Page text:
I had the pleasure of attending the Berkshire Hathaway Annual Meeting a few weeks ago with three of my co-workers. Even if, after a dozen annual pilgrimages to Omaha, I often have the impression of hearing the same messages, it is always a great pleasure and a privilege to listen to Messrs. Buffett and Munger for six hours!

Glancing over the many pages of notes taken during the meeting, I see that they have provided a lot of advice to company shareholders. These tips affect both the investor and any individual wishing to succeed in life.

Write your obituary today and stick to it. This advice matches Mr. Munger’s habit of inverting :“All I want to know is where I’m going to die, so I’ll never go there.”

Spend less than you earn. Is there a simpler (simplistic) message? It reminds me of one of the first books I read on investing and saving: The Richest Man in Babylon, by George S. Clason. Its main message? “Pay yourself before others.”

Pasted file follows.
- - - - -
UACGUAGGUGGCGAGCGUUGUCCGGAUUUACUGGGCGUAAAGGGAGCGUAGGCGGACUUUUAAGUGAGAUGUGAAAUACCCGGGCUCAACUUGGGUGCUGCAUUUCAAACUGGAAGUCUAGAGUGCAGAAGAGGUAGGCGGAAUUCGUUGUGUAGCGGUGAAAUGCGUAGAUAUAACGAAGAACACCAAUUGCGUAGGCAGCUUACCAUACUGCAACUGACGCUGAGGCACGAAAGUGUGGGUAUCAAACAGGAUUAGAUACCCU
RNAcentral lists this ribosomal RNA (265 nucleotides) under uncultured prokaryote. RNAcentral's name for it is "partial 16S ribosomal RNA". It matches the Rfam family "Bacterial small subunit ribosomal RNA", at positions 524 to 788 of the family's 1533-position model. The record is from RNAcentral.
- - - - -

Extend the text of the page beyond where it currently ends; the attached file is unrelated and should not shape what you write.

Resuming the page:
Do not make moves that could get you out of the game. When you think of the very long term, the key to success on the stock market is not so much to achieve strong returns, but to avoid the costliest errors. Capital preservation is more important than capital appreciation.

“You can always tell someone to go to hell tomorrow.” (Warren Buffett). To me, this quote means that Mr. Buffett always makes thoughtful decisions without letting his emotions interfere. It also means there is no need to make enemies in business.

“Praise by name, criticize by category.” Mr. Buffett constantly praises his company’s managers. At the same time, I rarely heard him directly criticize a person.

“Get toxic people out of your life.” (Charlie Munger) For Mr. Munger, there are toxic people and the best thing to do is to exclude them from your life.

Learn throughout your life. Munger and Buffett are both avid readers. They advocate to never stop reading and to continue learning.

Defer gratification. This, according to Munger, is the key to success in business, both in investing and in life in general. To succeed, you have to make sacrifices. As a friend recently told me, the only place “success” comes before “work” is in the dictionary!

Messrs. Buffett and Munger are investment and business geniuses. It is quite a privilege to be able to read and listen to them, and thus benefit from their experience and their advice.